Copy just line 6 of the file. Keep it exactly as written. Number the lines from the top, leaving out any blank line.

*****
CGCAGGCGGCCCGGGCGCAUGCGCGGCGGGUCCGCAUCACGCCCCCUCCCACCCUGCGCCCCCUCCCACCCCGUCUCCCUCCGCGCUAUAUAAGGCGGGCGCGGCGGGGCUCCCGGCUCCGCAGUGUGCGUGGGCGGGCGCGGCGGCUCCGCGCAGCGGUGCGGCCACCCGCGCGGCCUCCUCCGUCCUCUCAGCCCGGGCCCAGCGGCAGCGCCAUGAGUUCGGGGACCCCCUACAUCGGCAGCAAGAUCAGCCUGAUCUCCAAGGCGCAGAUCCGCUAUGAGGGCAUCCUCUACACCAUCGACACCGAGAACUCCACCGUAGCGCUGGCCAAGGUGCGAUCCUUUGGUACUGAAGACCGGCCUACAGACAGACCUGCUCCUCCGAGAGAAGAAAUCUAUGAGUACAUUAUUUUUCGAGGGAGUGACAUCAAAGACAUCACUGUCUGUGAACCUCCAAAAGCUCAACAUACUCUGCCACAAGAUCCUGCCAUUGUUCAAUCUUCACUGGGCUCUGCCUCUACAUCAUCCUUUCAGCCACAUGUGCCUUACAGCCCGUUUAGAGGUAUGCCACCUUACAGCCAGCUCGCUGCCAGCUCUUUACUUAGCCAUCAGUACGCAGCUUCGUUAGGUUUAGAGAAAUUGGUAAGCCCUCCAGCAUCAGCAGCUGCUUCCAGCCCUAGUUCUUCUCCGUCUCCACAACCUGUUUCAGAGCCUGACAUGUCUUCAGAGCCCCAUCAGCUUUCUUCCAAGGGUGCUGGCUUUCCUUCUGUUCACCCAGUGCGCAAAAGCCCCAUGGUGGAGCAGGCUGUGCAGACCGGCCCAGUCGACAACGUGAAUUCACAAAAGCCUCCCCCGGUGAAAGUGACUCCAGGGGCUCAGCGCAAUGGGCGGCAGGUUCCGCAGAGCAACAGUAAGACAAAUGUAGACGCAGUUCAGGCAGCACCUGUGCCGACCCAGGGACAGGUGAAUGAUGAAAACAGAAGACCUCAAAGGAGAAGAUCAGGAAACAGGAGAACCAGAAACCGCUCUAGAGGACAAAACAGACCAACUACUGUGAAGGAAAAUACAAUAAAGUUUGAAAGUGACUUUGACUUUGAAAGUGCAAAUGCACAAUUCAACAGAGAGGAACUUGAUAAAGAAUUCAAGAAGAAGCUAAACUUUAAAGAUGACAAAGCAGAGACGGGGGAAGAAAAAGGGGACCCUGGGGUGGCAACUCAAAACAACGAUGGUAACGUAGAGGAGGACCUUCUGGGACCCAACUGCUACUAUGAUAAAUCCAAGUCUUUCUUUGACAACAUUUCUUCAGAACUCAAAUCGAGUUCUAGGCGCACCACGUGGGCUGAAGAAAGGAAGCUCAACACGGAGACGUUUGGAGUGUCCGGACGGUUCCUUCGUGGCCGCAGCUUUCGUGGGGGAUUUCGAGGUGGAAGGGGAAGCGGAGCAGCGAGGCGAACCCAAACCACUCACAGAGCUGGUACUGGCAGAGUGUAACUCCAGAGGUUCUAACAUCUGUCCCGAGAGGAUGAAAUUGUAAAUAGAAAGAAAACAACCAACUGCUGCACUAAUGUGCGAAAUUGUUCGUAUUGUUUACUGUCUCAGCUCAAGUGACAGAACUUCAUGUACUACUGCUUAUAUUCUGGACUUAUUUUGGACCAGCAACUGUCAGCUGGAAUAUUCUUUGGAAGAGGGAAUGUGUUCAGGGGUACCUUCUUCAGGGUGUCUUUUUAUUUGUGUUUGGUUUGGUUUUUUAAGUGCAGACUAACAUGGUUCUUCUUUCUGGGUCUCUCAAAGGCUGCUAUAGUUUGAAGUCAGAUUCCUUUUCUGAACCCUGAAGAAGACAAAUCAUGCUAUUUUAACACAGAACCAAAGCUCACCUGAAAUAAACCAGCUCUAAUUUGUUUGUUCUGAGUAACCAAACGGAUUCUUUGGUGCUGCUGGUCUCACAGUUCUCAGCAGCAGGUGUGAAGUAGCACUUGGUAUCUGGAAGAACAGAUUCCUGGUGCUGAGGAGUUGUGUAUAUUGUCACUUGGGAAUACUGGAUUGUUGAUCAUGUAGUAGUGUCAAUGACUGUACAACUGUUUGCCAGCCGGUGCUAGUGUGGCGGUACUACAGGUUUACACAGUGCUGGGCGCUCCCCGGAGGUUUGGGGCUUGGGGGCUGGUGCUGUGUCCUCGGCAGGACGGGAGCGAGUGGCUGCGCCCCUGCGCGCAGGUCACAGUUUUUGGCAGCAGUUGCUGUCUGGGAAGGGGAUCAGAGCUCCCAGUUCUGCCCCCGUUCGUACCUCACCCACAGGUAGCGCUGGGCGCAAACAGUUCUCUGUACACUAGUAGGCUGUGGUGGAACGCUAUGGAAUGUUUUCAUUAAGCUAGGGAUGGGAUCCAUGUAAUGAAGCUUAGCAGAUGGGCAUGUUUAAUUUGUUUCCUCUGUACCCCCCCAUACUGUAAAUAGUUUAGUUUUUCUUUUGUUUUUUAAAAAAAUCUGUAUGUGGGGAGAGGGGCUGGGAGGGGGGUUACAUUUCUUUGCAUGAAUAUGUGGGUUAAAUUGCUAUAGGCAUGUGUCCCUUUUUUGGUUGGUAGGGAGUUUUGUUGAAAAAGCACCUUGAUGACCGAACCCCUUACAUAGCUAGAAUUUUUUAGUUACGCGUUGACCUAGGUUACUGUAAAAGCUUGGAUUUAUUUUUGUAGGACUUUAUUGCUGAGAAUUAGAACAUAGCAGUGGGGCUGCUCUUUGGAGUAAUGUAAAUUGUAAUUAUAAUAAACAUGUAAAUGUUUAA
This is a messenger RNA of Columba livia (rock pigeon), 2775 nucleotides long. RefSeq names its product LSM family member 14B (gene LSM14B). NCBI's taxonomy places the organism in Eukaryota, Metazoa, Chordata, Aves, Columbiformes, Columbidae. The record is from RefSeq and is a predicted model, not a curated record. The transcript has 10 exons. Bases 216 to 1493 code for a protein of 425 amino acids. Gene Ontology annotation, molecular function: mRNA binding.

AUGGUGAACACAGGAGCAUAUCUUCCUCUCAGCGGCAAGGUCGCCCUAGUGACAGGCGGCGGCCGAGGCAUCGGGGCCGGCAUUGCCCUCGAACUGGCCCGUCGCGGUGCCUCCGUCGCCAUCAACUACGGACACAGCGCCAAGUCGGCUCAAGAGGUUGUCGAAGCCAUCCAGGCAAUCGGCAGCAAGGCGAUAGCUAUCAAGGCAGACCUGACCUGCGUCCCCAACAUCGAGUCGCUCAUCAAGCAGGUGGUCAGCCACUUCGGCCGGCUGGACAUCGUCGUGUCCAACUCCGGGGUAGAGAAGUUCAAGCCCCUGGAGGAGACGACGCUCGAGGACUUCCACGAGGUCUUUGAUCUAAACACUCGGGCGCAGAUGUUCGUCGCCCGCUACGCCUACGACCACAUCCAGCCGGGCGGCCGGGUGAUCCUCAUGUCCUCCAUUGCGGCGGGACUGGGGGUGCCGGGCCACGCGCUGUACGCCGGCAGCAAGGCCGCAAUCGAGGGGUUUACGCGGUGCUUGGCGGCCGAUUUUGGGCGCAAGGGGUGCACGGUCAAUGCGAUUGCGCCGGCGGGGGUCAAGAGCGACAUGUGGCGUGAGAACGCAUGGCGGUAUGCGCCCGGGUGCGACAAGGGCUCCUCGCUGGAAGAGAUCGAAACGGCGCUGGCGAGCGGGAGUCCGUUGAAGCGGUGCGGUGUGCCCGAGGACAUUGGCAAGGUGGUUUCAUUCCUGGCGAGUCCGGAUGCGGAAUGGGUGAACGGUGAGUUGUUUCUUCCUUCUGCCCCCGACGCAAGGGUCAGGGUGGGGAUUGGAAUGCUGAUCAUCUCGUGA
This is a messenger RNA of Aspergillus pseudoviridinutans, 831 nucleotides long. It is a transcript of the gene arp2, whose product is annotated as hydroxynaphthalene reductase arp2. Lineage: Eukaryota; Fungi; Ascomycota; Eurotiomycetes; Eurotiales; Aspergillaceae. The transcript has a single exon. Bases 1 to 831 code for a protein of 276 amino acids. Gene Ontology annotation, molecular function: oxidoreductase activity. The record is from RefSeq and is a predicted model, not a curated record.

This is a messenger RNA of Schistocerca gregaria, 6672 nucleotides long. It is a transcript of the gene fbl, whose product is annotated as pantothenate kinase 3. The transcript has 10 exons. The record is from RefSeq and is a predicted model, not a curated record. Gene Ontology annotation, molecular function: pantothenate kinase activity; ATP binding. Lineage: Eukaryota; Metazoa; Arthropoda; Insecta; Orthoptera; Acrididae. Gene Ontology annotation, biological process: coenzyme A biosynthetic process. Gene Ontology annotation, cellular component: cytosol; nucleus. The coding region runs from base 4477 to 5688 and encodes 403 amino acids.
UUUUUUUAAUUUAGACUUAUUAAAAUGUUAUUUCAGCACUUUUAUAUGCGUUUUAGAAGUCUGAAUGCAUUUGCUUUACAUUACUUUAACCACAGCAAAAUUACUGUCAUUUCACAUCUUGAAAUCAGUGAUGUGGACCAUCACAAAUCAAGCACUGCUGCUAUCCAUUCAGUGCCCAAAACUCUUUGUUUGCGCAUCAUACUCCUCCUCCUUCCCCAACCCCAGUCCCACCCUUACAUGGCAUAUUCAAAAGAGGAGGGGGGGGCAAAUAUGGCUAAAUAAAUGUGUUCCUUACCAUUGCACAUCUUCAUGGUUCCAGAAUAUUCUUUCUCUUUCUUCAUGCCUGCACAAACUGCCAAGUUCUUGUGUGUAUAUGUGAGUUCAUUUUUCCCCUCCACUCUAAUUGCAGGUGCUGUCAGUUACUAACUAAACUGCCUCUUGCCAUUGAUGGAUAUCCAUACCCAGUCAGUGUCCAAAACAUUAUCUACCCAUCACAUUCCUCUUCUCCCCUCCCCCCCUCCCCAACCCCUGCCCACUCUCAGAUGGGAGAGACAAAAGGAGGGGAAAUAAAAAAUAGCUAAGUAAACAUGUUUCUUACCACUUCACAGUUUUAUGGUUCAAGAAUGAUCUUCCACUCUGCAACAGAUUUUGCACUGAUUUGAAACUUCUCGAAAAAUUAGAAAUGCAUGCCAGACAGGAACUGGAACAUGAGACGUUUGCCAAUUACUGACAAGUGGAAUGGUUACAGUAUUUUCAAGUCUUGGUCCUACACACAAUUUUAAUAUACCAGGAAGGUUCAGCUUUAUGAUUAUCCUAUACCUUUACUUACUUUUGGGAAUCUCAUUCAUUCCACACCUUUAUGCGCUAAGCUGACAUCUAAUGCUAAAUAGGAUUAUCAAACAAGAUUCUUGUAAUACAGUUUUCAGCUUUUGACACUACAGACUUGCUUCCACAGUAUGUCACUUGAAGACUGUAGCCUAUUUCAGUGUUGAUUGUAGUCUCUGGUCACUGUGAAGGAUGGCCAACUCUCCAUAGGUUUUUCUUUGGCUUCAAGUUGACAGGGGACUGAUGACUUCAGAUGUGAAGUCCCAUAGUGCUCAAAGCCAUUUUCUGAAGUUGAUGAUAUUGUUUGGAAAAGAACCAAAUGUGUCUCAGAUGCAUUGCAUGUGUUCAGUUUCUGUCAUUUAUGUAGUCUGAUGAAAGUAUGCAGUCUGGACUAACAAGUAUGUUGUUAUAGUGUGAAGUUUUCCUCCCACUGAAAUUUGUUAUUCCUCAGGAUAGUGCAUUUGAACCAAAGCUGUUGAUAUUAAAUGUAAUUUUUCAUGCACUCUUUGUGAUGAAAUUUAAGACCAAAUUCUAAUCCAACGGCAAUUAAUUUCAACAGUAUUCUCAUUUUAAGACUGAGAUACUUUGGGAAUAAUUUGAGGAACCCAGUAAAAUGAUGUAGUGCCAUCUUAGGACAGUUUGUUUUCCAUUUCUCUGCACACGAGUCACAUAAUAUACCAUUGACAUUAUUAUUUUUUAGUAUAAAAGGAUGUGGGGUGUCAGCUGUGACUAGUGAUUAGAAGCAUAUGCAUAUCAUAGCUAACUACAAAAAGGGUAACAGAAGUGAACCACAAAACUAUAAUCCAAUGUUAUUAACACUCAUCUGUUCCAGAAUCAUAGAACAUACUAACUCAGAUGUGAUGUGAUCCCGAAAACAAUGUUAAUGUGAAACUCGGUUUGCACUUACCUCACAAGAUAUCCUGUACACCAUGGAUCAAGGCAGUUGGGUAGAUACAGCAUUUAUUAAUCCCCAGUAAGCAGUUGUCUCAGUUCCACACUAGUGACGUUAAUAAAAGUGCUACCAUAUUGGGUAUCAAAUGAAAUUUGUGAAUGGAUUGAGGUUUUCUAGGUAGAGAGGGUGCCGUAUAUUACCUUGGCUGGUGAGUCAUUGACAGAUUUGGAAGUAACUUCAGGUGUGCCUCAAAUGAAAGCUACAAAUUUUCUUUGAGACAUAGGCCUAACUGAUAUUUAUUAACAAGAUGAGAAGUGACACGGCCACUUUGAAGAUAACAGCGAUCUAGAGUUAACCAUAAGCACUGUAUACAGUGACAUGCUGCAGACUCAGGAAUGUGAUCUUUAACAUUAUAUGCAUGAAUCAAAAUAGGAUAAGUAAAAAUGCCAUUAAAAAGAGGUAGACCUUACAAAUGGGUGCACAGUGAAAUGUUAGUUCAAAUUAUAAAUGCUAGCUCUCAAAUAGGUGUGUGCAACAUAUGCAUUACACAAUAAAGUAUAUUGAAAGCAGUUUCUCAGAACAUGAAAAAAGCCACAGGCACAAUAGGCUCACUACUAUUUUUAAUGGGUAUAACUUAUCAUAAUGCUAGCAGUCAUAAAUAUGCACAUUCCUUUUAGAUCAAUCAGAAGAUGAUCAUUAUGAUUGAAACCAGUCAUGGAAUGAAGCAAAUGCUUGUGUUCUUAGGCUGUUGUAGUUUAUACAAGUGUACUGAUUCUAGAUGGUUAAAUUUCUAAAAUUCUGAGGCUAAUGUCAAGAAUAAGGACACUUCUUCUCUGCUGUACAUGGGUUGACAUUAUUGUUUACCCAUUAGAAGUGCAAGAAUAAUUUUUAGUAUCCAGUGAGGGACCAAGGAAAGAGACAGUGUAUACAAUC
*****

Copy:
UUUUUUUAAUUUAGACUUAUUAAAAUGUUAUUUCAGCACUUUUAUAUGCGUUUUAGAAGUCUGAAUGCAUUUGCUUUACAUUACUUUAACCACAGCAAAAUUACUGUCAUUUCACAUCUUGAAAUCAGUGAUGUGGACCAUCACAAAUCAAGCACUGCUGCUAUCCAUUCAGUGCCCAAAACUCUUUGUUUGCGCAUCAUACUCCUCCUCCUUCCCCAACCCCAGUCCCACCCUUACAUGGCAUAUUCAAAAGAGGAGGGGGGGGCAAAUAUGGCUAAAUAAAUGUGUUCCUUACCAUUGCACAUCUUCAUGGUUCCAGAAUAUUCUUUCUCUUUCUUCAUGCCUGCACAAACUGCCAAGUUCUUGUGUGUAUAUGUGAGUUCAUUUUUCCCCUCCACUCUAAUUGCAGGUGCUGUCAGUUACUAACUAAACUGCCUCUUGCCAUUGAUGGAUAUCCAUACCCAGUCAGUGUCCAAAACAUUAUCUACCCAUCACAUUCCUCUUCUCCCCUCCCCCCCUCCCCAACCCCUGCCCACUCUCAGAUGGGAGAGACAAAAGGAGGGGAAAUAAAAAAUAGCUAAGUAAACAUGUUUCUUACCACUUCACAGUUUUAUGGUUCAAGAAUGAUCUUCCACUCUGCAACAGAUUUUGCACUGAUUUGAAACUUCUCGAAAAAUUAGAAAUGCAUGCCAGACAGGAACUGGAACAUGAGACGUUUGCCAAUUACUGACAAGUGGAAUGGUUACAGUAUUUUCAAGUCUUGGUCCUACACACAAUUUUAAUAUACCAGGAAGGUUCAGCUUUAUGAUUAUCCUAUACCUUUACUUACUUUUGGGAAUCUCAUUCAUUCCACACCUUUAUGCGCUAAGCUGACAUCUAAUGCUAAAUAGGAUUAUCAAACAAGAUUCUUGUAAUACAGUUUUCAGCUUUUGACACUACAGACUUGCUUCCACAGUAUGUCACUUGAAGACUGUAGCCUAUUUCAGUGUUGAUUGUAGUCUCUGGUCACUGUGAAGGAUGGCCAACUCUCCAUAGGUUUUUCUUUGGCUUCAAGUUGACAGGGGACUGAUGACUUCAGAUGUGAAGUCCCAUAGUGCUCAAAGCCAUUUUCUGAAGUUGAUGAUAUUGUUUGGAAAAGAACCAAAUGUGUCUCAGAUGCAUUGCAUGUGUUCAGUUUCUGUCAUUUAUGUAGUCUGAUGAAAGUAUGCAGUCUGGACUAACAAGUAUGUUGUUAUAGUGUGAAGUUUUCCUCCCACUGAAAUUUGUUAUUCCUCAGGAUAGUGCAUUUGAACCAAAGCUGUUGAUAUUAAAUGUAAUUUUUCAUGCACUCUUUGUGAUGAAAUUUAAGACCAAAUUCUAAUCCAACGGCAAUUAAUUUCAACAGUAUUCUCAUUUUAAGACUGAGAUACUUUGGGAAUAAUUUGAGGAACCCAGUAAAAUGAUGUAGUGCCAUCUUAGGACAGUUUGUUUUCCAUUUCUCUGCACACGAGUCACAUAAUAUACCAUUGACAUUAUUAUUUUUUAGUAUAAAAGGAUGUGGGGUGUCAGCUGUGACUAGUGAUUAGAAGCAUAUGCAUAUCAUAGCUAACUACAAAAAGGGUAACAGAAGUGAACCACAAAACUAUAAUCCAAUGUUAUUAACACUCAUCUGUUCCAGAAUCAUAGAACAUACUAACUCAGAUGUGAUGUGAUCCCGAAAACAAUGUUAAUGUGAAACUCGGUUUGCACUUACCUCACAAGAUAUCCUGUACACCAUGGAUCAAGGCAGUUGGGUAGAUACAGCAUUUAUUAAUCCCCAGUAAGCAGUUGUCUCAGUUCCACACUAGUGACGUUAAUAAAAGUGCUACCAUAUUGGGUAUCAAAUGAAAUUUGUGAAUGGAUUGAGGUUUUCUAGGUAGAGAGGGUGCCGUAUAUUACCUUGGCUGGUGAGUCAUUGACAGAUUUGGAAGUAACUUCAGGUGUGCCUCAAAUGAAAGCUACAAAUUUUCUUUGAGACAUAGGCCUAACUGAUAUUUAUUAACAAGAUGAGAAGUGACACGGCCACUUUGAAGAUAACAGCGAUCUAGAGUUAACCAUAAGCACUGUAUACAGUGACAUGCUGCAGACUCAGGAAUGUGAUCUUUAACAUUAUAUGCAUGAAUCAAAAUAGGAUAAGUAAAAAUGCCAUUAAAAAGAGGUAGACCUUACAAAUGGGUGCACAGUGAAAUGUUAGUUCAAAUUAUAAAUGCUAGCUCUCAAAUAGGUGUGUGCAACAUAUGCAUUACACAAUAAAGUAUAUUGAAAGCAGUUUCUCAGAACAUGAAAAAAGCCACAGGCACAAUAGGCUCACUACUAUUUUUAAUGGGUAUAACUUAUCAUAAUGCUAGCAGUCAUAAAUAUGCACAUUCCUUUUAGAUCAAUCAGAAGAUGAUCAUUAUGAUUGAAACCAGUCAUGGAAUGAAGCAAAUGCUUGUGUUCUUAGGCUGUUGUAGUUUAUACAAGUGUACUGAUUCUAGAUGGUUAAAUUUCUAAAAUUCUGAGGCUAAUGUCAAGAAUAAGGACACUUCUUCUCUGCUGUACAUGGGUUGACAUUAUUGUUUACCCAUUAGAAGUGCAAGAAUAAUUUUUAGUAUCCAGUGAGGGACCAAGGAAAGAGACAGUGUAUACAAUC